By Michele S. Byers
Nature is all around, even in cities and towns. Birds, butterflies, bugs, flowers, trees, mushrooms and even weeds.
The idea behind City Nature Challenge is to get folks out looking at nature. It’s an international competition in which citizen scientists search major metropolitan areas for diverse plants and animals over four days – Friday, April 26, through Monday, April 29.
“Cities around the world will be competing to see who can make the most observations of nature, find the most species, and engage the most people,” according to the 2019 City Nature Challenge website.
So far, the only New Jersey city on board is Hoboken, but residents of the southern half of the state can still get in the game. That’s because Philadelphia is in, and three New Jersey counties adjoining Philly are considered part of the Greater Philadelphia Metropolitan Area.
The City Nature Challenge is run like a “bioblitz,” an event that inventories as many species as possible in a limited time. But instead of just one location, there are hundreds.
City Nature Challenge started in 2016 as a friendly competition between the Natural History Museum of Los Angeles County and the California Academy of Sciences in San Francisco. The two museums capitalized on the rivalry between their home cities to encourage residents to document urban biodiversity.
The first event was a huge success, with over 20,000 nature observations made by more than 1,000 people in one week. Citizen scientists spotted approximately 1,600 species in each location, including new records for both Los Angeles and San Francisco.
In 2017, City Nature Challenge expanded to the entire United States, and in 2018 it went global. This year, about 160 metropolitan areas around the world are participating, from Albuquerque, New Mexico, to Zagreb, Croatia.
It’s easy to take part in the City Nature Challenge. First step: download the iNaturalist app to a smartphone or tablet. When users take photos using iNaturalist, the app pinpoints the location and automatically helps to identify insects, plants, trees, birds, reptiles, amphibians, flowers, mushrooms and even animal scat.
During the four days of the City Nature Challenge, participants take as many photos of nature as possible. After all photos are uploaded to iNaturalist, experts across the globe help make sure species are identified properly. Once a species is confirmed, it becomes part of a database available to scientists around the world.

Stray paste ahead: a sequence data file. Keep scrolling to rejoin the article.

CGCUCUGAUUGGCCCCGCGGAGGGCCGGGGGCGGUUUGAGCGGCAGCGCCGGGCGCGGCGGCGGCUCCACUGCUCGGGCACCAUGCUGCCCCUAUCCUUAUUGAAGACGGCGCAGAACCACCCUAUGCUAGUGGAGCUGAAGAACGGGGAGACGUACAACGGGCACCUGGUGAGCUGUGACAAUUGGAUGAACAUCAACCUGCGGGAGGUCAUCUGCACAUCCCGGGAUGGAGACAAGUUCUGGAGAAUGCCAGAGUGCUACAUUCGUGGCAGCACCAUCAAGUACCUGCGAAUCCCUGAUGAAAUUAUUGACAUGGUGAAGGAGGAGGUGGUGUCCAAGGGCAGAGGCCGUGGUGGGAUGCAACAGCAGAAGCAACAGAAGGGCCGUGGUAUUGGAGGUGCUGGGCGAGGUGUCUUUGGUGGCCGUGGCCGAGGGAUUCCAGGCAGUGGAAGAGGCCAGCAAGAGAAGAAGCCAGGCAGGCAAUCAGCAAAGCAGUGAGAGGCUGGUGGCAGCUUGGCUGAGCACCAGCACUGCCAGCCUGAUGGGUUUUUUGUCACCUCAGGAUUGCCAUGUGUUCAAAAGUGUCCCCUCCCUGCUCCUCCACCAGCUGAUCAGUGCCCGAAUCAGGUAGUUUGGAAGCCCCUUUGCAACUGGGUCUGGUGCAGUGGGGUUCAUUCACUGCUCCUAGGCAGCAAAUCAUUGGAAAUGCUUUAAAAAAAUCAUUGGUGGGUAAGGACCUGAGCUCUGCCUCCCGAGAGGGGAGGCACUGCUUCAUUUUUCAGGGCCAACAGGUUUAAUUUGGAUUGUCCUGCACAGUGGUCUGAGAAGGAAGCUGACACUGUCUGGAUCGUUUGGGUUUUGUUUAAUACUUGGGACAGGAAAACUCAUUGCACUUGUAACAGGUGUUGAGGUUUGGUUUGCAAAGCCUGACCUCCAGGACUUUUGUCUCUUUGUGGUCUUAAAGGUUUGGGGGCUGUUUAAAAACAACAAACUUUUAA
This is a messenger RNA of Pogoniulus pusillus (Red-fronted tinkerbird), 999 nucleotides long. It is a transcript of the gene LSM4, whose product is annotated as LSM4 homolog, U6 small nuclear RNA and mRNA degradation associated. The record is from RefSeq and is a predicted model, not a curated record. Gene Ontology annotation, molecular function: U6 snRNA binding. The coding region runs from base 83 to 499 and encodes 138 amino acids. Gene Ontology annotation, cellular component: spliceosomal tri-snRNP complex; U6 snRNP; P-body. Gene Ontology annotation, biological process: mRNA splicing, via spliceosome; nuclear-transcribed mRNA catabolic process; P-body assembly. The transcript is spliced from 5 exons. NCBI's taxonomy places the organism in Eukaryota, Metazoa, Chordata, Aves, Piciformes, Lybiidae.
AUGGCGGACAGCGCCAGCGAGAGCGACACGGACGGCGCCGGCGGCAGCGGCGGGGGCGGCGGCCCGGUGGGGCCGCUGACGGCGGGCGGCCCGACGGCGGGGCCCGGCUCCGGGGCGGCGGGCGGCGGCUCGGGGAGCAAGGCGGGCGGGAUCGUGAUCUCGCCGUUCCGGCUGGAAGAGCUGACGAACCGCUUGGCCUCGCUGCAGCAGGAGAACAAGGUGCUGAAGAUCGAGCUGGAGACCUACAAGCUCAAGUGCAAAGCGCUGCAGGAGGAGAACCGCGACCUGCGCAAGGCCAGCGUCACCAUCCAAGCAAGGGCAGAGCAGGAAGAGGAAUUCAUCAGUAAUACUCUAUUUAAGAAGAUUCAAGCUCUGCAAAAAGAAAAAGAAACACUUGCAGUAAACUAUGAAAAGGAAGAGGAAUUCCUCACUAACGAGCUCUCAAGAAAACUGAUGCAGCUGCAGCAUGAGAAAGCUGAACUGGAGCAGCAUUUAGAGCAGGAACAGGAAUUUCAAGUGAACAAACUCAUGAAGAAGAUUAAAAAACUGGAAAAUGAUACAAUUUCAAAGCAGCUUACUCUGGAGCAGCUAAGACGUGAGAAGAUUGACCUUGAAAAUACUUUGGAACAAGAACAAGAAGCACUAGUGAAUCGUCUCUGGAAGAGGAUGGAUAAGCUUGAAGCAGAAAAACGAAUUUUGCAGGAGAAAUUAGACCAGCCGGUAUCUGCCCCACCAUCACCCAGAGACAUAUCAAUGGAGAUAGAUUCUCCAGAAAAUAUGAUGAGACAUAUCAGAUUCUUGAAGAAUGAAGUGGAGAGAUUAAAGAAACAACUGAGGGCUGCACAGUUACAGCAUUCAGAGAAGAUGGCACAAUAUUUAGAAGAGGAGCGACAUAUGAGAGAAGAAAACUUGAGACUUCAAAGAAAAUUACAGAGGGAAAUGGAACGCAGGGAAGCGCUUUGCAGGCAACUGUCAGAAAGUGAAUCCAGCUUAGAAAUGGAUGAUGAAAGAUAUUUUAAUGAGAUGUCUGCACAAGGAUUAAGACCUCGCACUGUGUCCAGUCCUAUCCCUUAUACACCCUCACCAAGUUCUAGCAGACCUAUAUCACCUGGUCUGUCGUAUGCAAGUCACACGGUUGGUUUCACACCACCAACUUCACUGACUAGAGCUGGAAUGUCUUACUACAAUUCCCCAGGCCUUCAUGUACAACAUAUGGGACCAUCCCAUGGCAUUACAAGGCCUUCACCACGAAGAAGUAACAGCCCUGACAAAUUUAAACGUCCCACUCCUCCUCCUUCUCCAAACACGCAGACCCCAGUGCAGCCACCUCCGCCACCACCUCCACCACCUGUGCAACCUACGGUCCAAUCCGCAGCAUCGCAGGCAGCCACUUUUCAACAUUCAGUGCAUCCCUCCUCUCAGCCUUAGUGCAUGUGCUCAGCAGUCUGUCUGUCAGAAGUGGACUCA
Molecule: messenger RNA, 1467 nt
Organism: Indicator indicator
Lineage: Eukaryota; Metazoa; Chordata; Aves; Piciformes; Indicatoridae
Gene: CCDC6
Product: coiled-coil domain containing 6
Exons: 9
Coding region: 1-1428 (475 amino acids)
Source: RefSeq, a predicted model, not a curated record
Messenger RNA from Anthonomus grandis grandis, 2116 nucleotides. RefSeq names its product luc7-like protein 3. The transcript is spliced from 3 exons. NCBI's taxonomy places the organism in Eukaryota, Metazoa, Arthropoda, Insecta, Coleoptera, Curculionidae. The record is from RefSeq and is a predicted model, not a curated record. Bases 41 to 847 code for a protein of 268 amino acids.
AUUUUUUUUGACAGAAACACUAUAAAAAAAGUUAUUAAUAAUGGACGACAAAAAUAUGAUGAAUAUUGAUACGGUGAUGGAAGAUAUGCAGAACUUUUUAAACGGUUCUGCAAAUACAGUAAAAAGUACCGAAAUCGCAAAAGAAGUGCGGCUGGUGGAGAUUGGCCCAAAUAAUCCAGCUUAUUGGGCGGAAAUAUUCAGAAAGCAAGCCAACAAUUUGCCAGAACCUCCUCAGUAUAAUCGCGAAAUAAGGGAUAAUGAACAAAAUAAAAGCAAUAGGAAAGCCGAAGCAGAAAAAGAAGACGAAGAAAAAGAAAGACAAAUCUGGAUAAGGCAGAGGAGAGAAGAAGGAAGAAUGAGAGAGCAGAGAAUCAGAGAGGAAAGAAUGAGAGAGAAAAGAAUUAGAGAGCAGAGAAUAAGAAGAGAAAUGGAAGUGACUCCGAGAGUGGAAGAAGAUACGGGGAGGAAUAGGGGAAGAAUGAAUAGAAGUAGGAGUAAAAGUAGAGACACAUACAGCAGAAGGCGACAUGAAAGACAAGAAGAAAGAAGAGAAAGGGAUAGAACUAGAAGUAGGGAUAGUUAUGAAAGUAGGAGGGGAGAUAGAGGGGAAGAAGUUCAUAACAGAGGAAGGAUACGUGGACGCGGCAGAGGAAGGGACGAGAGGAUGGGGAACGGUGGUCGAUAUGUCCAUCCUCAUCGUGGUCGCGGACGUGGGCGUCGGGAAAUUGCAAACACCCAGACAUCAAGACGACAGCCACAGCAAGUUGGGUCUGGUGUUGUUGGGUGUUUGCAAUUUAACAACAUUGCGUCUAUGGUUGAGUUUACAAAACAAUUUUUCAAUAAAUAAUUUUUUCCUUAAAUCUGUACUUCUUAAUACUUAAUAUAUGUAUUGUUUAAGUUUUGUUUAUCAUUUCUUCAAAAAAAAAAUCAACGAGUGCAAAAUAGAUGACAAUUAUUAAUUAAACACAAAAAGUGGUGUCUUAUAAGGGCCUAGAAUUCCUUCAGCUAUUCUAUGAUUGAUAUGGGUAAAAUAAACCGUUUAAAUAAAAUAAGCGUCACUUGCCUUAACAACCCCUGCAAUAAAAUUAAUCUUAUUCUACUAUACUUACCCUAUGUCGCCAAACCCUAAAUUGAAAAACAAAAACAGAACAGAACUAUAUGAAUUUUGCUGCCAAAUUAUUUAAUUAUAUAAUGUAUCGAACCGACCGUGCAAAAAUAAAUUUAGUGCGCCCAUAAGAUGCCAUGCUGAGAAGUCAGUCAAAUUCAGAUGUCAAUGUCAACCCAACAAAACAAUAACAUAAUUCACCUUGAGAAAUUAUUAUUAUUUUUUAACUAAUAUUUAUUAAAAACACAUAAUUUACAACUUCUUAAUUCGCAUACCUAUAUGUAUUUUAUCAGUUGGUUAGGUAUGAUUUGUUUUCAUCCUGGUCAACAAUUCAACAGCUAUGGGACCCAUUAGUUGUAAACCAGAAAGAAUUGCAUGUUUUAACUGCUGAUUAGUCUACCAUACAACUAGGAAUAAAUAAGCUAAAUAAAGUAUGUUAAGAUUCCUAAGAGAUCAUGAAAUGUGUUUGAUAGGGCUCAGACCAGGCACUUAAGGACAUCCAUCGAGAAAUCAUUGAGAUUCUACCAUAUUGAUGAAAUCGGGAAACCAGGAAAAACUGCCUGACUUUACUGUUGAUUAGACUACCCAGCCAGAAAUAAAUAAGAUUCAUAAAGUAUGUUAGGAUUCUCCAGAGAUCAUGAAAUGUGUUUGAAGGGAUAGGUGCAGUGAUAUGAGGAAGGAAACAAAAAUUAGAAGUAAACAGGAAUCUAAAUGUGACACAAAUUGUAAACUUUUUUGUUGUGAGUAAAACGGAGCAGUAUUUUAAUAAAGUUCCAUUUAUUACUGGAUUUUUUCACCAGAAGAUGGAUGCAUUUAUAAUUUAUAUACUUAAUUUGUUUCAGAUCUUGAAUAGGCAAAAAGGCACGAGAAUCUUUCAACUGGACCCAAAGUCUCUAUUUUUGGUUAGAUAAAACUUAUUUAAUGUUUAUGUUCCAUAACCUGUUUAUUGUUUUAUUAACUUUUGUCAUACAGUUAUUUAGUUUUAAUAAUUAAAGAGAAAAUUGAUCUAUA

A good way to participate is by joining an organized nature walk.
In Hoboken, nature challenge organizers will lead volunteers on the waterfront at the Hoboken Cove Beach on Saturday, April 27, from 10 a.m. to 2 p.m. They also plan to provide family-friendly “catch and release” activities.
In South Jersey, four guided walks are planned. The first is on Saturday, April 27, at 7:30 a.m., at the Glassboro Woods Wildlife Management Area in Clayton, Gloucester County. On Sunday, April 28, at 7 a.m., identify birds at the Michael Huber Prairie Warbler Preserve in Tabernacle, Burlington County; at noon, identify plants at the Franklin Parker Preserve in Chatsworth, Burlington County; and at 2 p.m., take a nature walk at the newly-opened Gateway Park in Camden.
The beauty of the City Nature Challenge is that everybody can contribute. If solo is your style, you can stroll along city streets, observe nature from a park or playground, or even look in your yard to see what’s growing, crawling and flying. (Note: humans and pets do not count)
So why not join the City Nature Challenge this year? Grab your smart device, binoculars and magnifying glass and choose a city or metropolitan area. Who knows … you may spot a rare species or discover a new population of an animal or plant that scientists are studying.
In last year’s City Nature Challenge, San Francisco was the champion in all three categories: most observations, most species and most participants. But there are plenty of new challengers in 2019 looking to take over first place.
For more information on the City Nature Challenge, including a full list of participating cities, go to http://citynaturechallenge.org/.
To learn about events in the Greater Philadelphia Metropolitan Area, visit https://cncphilly.org/. To find out about the Hoboken challenge, go to www.inaturalist.org/projects/city-nature-challenge-2019-hoboken.
To find out more about the Michael Huber Prairie Warbler Preserve, Franklin Parker Preserve and Gateway Park, go to www.njconservation.org/find-nature/.
And to learn more about preserving New Jersey’s land and natural resources – including parks and nature preserves – visit the New Jersey Conservation Foundation website at www.njconservation.org or contact me at email@example.com.
Michele S. Byers is the executive director of the New Jersey Conservation Foundation in Morristown.